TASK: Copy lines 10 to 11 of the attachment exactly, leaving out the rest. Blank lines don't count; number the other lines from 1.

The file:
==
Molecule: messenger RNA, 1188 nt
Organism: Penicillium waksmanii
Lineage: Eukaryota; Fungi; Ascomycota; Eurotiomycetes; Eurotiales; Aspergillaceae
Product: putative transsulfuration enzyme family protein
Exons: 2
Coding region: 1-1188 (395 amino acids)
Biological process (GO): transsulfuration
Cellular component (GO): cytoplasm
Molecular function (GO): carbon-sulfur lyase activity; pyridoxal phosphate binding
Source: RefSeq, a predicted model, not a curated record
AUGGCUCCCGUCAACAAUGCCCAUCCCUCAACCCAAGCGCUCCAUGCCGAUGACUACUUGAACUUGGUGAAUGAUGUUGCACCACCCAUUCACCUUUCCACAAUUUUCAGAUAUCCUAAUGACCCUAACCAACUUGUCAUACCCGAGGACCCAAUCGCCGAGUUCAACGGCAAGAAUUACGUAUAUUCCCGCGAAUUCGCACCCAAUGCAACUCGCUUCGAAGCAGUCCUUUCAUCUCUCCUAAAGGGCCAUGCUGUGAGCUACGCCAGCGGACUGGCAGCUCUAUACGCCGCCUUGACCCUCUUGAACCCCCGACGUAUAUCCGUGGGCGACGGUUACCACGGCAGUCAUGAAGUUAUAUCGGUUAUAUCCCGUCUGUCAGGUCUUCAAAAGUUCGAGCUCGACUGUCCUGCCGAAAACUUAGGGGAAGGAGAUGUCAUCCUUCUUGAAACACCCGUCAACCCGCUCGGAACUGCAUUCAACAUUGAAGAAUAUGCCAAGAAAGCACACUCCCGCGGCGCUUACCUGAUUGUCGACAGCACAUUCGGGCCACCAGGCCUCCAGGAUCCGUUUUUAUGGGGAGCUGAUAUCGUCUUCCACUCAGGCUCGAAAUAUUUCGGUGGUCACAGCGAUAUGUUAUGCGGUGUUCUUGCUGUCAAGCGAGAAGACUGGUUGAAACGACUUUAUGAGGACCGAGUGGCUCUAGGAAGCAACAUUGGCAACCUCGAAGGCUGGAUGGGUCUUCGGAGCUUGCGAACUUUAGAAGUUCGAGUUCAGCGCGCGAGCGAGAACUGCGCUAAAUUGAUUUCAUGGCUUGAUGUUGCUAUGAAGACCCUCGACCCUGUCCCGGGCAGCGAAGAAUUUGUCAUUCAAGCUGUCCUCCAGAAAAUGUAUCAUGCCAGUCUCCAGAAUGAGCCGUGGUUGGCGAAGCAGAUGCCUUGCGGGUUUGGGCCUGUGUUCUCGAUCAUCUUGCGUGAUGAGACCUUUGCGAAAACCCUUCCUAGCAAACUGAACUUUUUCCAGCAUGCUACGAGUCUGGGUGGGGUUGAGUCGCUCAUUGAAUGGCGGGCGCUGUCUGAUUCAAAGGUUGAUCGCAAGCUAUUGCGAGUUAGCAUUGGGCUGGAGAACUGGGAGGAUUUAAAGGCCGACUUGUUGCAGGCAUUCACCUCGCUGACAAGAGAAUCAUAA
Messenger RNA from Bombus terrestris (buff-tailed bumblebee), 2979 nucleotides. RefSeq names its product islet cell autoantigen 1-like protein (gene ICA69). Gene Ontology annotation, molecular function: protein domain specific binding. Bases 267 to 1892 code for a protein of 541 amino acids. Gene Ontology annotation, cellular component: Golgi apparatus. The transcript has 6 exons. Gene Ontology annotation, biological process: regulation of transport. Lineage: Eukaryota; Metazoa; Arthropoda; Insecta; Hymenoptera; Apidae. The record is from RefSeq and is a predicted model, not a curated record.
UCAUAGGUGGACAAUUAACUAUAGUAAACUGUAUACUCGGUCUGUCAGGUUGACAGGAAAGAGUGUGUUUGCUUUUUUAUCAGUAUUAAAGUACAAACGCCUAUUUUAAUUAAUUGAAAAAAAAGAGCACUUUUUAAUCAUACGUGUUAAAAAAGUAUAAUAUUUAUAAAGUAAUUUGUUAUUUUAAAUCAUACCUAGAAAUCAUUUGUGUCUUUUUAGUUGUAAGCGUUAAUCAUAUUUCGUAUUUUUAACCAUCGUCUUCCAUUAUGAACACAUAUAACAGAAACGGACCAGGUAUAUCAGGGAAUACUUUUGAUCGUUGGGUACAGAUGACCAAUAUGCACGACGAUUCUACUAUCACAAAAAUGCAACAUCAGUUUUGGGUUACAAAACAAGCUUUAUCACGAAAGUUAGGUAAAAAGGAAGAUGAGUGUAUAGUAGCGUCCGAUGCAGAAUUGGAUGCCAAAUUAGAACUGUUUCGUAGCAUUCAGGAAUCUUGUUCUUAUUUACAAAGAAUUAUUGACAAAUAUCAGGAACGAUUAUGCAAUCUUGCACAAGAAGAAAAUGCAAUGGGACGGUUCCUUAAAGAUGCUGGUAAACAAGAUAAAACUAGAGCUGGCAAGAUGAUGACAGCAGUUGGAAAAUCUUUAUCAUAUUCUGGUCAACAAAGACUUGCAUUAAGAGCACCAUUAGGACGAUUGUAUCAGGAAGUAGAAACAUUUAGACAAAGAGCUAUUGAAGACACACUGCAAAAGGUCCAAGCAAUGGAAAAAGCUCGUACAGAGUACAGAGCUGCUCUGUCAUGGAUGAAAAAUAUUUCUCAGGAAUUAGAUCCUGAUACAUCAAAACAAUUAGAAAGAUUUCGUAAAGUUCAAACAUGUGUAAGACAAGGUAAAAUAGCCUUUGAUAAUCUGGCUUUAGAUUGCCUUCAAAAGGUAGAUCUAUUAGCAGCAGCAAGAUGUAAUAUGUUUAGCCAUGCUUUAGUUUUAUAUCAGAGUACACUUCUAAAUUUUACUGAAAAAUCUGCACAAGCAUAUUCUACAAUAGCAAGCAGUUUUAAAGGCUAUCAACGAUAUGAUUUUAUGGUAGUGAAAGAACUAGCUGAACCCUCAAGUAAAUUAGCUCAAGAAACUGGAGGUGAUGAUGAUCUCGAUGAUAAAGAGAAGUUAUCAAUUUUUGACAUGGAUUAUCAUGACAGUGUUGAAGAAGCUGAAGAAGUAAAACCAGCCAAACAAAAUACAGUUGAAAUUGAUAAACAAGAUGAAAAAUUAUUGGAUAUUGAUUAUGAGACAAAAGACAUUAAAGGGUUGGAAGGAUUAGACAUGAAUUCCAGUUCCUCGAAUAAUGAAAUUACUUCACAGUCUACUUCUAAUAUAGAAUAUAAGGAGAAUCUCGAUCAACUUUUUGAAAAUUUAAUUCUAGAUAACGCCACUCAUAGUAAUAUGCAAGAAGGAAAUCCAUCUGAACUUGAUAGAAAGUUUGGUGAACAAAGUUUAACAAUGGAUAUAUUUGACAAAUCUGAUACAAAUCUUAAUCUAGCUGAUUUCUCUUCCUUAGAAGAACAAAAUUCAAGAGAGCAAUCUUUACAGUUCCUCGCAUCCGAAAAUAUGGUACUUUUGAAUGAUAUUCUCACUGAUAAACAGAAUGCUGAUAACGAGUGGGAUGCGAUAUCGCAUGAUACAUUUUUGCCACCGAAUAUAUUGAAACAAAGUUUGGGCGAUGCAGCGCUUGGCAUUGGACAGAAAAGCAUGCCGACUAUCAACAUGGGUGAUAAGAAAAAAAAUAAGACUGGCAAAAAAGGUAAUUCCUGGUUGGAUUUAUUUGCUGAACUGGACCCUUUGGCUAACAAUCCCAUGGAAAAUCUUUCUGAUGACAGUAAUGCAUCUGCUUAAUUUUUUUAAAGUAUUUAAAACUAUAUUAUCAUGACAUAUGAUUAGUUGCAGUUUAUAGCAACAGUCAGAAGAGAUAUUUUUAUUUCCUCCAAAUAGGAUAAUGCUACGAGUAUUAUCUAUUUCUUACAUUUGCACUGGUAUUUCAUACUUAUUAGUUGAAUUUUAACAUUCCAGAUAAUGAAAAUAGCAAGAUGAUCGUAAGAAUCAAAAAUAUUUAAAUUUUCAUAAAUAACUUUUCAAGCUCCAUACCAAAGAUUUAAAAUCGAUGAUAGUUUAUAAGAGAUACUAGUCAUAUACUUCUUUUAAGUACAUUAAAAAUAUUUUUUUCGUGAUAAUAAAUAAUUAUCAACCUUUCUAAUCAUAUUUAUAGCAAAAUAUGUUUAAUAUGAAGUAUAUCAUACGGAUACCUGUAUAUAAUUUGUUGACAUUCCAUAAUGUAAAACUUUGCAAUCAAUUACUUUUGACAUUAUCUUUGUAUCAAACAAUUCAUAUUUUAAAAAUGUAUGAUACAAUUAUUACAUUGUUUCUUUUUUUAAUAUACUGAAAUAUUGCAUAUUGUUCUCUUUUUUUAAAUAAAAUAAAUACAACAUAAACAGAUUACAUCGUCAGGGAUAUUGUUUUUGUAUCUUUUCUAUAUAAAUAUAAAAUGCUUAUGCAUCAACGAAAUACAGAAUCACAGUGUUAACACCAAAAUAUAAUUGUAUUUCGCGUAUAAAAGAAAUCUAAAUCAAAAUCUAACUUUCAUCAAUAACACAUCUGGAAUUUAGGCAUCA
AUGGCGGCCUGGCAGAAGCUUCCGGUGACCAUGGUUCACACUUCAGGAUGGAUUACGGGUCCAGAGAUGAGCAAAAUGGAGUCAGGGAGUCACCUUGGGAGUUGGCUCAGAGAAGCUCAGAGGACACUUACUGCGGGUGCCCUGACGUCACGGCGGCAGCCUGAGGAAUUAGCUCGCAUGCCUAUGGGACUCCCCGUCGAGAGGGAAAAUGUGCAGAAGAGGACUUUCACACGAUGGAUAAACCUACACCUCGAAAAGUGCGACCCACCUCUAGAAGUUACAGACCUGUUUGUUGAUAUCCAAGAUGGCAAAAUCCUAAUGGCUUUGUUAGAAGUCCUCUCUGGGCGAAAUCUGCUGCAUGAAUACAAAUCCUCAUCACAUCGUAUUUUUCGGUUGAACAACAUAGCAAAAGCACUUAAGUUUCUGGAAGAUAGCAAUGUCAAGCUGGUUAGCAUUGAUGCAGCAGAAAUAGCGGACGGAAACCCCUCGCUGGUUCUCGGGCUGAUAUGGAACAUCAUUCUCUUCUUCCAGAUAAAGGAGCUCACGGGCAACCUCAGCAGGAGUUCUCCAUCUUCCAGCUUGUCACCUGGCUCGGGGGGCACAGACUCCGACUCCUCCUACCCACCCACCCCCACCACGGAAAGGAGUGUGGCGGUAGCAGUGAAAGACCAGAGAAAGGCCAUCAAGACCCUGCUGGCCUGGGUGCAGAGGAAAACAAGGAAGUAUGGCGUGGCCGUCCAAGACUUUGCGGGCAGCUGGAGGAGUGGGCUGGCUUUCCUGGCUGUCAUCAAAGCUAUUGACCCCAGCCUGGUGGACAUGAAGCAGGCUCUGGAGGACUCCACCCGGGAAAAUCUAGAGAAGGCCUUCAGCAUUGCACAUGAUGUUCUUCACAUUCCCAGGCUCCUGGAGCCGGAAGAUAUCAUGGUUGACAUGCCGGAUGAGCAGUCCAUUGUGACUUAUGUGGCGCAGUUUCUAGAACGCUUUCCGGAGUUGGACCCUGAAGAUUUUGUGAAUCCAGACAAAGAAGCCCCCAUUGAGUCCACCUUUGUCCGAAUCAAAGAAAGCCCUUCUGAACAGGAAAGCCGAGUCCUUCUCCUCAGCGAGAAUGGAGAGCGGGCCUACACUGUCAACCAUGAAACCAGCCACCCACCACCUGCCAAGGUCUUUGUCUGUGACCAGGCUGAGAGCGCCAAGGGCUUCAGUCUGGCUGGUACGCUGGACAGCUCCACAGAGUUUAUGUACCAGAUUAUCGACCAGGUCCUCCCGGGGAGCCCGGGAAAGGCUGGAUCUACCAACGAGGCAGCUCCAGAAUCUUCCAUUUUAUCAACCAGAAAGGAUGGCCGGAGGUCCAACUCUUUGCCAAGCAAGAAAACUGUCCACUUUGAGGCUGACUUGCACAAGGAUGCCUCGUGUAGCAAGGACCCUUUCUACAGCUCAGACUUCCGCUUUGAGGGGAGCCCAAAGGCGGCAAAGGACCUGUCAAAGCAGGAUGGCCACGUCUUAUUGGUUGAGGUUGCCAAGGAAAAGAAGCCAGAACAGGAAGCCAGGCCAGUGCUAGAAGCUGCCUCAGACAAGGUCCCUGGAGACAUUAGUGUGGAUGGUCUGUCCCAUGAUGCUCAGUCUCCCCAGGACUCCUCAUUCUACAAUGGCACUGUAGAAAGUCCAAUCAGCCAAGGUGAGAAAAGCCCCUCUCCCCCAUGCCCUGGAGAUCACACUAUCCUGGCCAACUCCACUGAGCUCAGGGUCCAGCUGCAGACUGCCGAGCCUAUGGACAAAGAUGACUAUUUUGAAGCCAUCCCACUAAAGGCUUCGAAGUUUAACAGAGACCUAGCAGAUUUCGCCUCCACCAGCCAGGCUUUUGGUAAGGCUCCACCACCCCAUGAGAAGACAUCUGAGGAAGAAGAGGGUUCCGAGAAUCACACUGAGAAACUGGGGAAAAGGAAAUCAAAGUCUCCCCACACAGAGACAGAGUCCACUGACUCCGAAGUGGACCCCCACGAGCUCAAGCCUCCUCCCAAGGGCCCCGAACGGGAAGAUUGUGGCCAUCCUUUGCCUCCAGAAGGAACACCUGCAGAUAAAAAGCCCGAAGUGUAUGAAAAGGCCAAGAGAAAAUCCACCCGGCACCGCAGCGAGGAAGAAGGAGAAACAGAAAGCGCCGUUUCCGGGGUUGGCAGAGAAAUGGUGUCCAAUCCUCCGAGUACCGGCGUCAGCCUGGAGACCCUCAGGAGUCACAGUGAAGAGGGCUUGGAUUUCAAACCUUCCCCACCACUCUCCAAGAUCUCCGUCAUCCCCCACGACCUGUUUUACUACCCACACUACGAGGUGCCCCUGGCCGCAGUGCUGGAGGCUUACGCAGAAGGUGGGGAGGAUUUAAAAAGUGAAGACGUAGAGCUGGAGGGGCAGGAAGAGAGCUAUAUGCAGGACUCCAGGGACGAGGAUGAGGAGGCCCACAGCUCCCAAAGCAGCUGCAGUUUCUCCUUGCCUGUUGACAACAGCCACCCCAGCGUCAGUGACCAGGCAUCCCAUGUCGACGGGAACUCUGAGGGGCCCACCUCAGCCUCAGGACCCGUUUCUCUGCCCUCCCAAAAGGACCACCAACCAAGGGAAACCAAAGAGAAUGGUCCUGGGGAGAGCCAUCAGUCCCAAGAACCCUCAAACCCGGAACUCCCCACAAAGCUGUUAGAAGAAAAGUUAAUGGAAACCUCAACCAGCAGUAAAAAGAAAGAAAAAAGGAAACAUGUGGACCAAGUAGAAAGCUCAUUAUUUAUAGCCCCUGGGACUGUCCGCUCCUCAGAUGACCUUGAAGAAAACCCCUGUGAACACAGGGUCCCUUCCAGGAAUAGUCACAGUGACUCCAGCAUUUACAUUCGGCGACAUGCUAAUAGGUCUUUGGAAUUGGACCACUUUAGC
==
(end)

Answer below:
Source: RefSeq, a predicted model, not a curated record
AUGGCUCCCGUCAACAAUGCCCAUCCCUCAACCCAAGCGCUCCAUGCCGAUGACUACUUGAACUUGGUGAAUGAUGUUGCACCACCCAUUCACCUUUCCACAAUUUUCAGAUAUCCUAAUGACCCUAACCAACUUGUCAUACCCGAGGACCCAAUCGCCGAGUUCAACGGCAAGAAUUACGUAUAUUCCCGCGAAUUCGCACCCAAUGCAACUCGCUUCGAAGCAGUCCUUUCAUCUCUCCUAAAGGGCCAUGCUGUGAGCUACGCCAGCGGACUGGCAGCUCUAUACGCCGCCUUGACCCUCUUGAACCCCCGACGUAUAUCCGUGGGCGACGGUUACCACGGCAGUCAUGAAGUUAUAUCGGUUAUAUCCCGUCUGUCAGGUCUUCAAAAGUUCGAGCUCGACUGUCCUGCCGAAAACUUAGGGGAAGGAGAUGUCAUCCUUCUUGAAACACCCGUCAACCCGCUCGGAACUGCAUUCAACAUUGAAGAAUAUGCCAAGAAAGCACACUCCCGCGGCGCUUACCUGAUUGUCGACAGCACAUUCGGGCCACCAGGCCUCCAGGAUCCGUUUUUAUGGGGAGCUGAUAUCGUCUUCCACUCAGGCUCGAAAUAUUUCGGUGGUCACAGCGAUAUGUUAUGCGGUGUUCUUGCUGUCAAGCGAGAAGACUGGUUGAAACGACUUUAUGAGGACCGAGUGGCUCUAGGAAGCAACAUUGGCAACCUCGAAGGCUGGAUGGGUCUUCGGAGCUUGCGAACUUUAGAAGUUCGAGUUCAGCGCGCGAGCGAGAACUGCGCUAAAUUGAUUUCAUGGCUUGAUGUUGCUAUGAAGACCCUCGACCCUGUCCCGGGCAGCGAAGAAUUUGUCAUUCAAGCUGUCCUCCAGAAAAUGUAUCAUGCCAGUCUCCAGAAUGAGCCGUGGUUGGCGAAGCAGAUGCCUUGCGGGUUUGGGCCUGUGUUCUCGAUCAUCUUGCGUGAUGAGACCUUUGCGAAAACCCUUCCUAGCAAACUGAACUUUUUCCAGCAUGCUACGAGUCUGGGUGGGGUUGAGUCGCUCAUUGAAUGGCGGGCGCUGUCUGAUUCAAAGGUUGAUCGCAAGCUAUUGCGAGUUAGCAUUGGGCUGGAGAACUGGGAGGAUUUAAAGGCCGACUUGUUGCAGGCAUUCACCUCGCUGACAAGAGAAUCAUAA